In honor of the U.S. women’s soccer team’s amazing gold medal performance at the Olympics, we thought it would be important to revisit one of the policies that helped make it possible: Title IX.
The U.S. women’s soccer team captured its third consecutive Olympic gold medal in thrilling fashion Thursday, avenging its World Cup finals loss to Japan at London’s legendary Wembley Stadium. The gold added to the already-impressive Olympics for America’s women, who are now on pace to win more medals than they ever have at a single Games. American women are carrying the U.S. Olympic team: entering Friday, they are responsible for 26 of the team’s 39 gold medals with more likely to come, and they have outpaced every other country’s women on the medal leaderboard.
The 2012 Olympics, the first in which the U.S. team has had more women than men, happens to coincide with the 40th anniversary of Title IX, the landmark law that granted women equal access to education and sports. That may seem coincidental, but it’s not: Title IX and the commitment to equality that followed is what made the success of America’s female athletes possible.
Without Title IX, many of the women on America’s Olympic team may not have made it to London, and others would have taken paths with many more hurdles along the way. In the U.S., female participation in sports has increased 545 percent at the college level and nearly 1,000 percent at the high school level since Title IX passed in 1972, and it has led to opportunities for female athletes that did not exist years ago.
Take Abby Wambach, the star forward for the women’s soccer team, as an example. Wambach played her college soccer at the University of Florida, which added a women’s soccer programspecifically to comply with Title IX. “I like to tell people, ‘Title IX gave me a national championship ring,’” Wambach told ESPN earlier this year.
She’s not alone. Before Title IX passed, few women received college athletic scholarships. There are now more than 200,000 women playing sports at American colleges and universities. Those women largely play low-revenue sports like basketball, track and field, soccer, and volleyball — all sports where American women either have or will win medals, most of them gold.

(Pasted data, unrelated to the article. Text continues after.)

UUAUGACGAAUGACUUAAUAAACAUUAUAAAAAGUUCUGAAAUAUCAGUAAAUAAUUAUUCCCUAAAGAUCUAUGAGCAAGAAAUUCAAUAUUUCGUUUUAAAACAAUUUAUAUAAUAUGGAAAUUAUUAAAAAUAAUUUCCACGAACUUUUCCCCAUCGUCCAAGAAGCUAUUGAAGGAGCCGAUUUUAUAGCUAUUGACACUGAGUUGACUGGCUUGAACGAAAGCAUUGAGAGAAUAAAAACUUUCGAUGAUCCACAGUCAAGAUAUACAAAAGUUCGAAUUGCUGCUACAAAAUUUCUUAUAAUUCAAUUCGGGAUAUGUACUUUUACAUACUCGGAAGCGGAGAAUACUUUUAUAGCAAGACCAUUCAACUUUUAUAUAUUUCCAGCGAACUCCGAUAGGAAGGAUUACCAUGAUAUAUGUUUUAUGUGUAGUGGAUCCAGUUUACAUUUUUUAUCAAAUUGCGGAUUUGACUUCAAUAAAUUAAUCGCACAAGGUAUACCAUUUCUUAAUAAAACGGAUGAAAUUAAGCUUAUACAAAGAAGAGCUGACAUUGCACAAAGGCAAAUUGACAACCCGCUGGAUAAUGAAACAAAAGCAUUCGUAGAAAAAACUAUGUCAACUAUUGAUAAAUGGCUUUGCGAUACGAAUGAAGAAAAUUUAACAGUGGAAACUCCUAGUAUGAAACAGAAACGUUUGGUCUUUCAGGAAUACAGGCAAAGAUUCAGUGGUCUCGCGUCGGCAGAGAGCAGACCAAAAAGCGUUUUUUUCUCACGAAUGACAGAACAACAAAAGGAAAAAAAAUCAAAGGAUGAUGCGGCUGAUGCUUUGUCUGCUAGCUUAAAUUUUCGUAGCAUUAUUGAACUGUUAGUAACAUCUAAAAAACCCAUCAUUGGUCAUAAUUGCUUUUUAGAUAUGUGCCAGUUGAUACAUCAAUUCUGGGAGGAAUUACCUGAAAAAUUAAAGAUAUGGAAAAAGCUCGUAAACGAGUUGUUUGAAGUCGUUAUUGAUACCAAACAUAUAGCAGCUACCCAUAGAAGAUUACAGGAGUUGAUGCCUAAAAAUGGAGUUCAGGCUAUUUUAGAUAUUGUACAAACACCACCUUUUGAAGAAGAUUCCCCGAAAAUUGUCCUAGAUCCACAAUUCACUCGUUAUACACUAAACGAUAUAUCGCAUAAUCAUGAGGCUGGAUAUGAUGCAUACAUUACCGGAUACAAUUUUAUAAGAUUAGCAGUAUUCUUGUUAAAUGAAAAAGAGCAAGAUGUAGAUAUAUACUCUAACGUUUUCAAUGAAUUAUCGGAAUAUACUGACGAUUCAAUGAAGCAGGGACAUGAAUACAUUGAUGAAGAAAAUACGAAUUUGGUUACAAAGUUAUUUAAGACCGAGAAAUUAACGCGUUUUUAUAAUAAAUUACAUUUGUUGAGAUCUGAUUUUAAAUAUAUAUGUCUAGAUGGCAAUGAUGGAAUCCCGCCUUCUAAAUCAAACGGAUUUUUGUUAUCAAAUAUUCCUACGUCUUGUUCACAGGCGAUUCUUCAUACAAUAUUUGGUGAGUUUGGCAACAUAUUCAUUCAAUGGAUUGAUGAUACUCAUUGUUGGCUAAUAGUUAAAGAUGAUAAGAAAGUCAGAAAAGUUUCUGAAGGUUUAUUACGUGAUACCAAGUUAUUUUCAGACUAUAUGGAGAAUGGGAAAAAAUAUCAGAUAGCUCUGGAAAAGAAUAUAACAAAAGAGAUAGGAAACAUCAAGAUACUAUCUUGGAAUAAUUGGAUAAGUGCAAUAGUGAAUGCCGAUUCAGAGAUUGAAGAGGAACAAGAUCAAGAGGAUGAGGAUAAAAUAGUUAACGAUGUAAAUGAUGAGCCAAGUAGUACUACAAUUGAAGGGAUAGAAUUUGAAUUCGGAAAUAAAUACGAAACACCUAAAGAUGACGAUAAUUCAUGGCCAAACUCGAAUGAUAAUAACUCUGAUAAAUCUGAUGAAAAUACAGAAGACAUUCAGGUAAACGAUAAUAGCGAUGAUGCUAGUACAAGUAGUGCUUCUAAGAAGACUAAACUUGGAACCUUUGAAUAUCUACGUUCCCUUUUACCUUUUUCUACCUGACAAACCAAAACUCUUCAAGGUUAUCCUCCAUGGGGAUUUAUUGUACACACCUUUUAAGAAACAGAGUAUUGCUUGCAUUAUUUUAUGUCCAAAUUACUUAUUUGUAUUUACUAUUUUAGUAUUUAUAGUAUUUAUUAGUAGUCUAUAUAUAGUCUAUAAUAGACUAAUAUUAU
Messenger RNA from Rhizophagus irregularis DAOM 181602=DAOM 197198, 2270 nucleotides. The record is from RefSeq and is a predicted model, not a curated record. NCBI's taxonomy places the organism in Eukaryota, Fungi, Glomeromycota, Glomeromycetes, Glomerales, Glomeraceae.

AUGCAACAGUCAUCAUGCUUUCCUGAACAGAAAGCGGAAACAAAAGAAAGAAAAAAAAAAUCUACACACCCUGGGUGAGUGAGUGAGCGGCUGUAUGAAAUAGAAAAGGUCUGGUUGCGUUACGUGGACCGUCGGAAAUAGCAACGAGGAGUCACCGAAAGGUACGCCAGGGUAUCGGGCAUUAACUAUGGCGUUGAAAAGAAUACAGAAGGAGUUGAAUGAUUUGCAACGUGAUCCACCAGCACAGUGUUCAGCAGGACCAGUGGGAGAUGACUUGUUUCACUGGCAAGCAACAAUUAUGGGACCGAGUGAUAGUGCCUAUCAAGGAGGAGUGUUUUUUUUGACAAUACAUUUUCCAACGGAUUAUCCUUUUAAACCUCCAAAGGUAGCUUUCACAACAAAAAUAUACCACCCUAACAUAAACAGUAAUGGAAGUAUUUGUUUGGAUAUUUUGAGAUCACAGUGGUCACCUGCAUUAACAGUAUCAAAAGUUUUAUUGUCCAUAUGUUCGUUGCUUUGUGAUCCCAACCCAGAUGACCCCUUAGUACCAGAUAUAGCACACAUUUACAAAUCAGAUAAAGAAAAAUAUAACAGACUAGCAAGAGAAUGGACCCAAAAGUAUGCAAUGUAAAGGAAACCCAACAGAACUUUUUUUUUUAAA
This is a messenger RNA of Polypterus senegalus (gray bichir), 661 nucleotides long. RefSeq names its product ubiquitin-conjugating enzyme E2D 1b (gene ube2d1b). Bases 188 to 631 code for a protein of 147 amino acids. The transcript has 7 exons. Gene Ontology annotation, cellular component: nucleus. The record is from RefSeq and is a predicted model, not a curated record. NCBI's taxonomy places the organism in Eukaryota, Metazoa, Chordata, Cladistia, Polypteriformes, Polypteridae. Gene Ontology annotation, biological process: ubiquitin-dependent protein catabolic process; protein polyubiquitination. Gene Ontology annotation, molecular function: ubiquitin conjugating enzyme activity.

Title IX hasn’t been perfect: there is still a significant participation gap between male and female athletes in America’s high schools and colleges, and there is a funding gap too. As women’s sports have become more prominent, the number of coaching jobs occupied by females is at historical lows. And the sports world is far from equal in the way women are treated and portrayed by the media.
But the implications of Title IX are clear, even acknowledging those challenges. As America’s Olympic women have shown us, it has been successful, so much so that other countries are now devoting resources to expanding female access to sports. Increasing female participation in sports improves educational attainment, employment opportunities, and the health of our women. Title IX’s success shouldn’t just be celebrated, it should be replicated in other parts of our society, especially given the lack of political will that exists — at least within one party — to give women the same level of equal access to compensation and health care that we’ve given them in sports.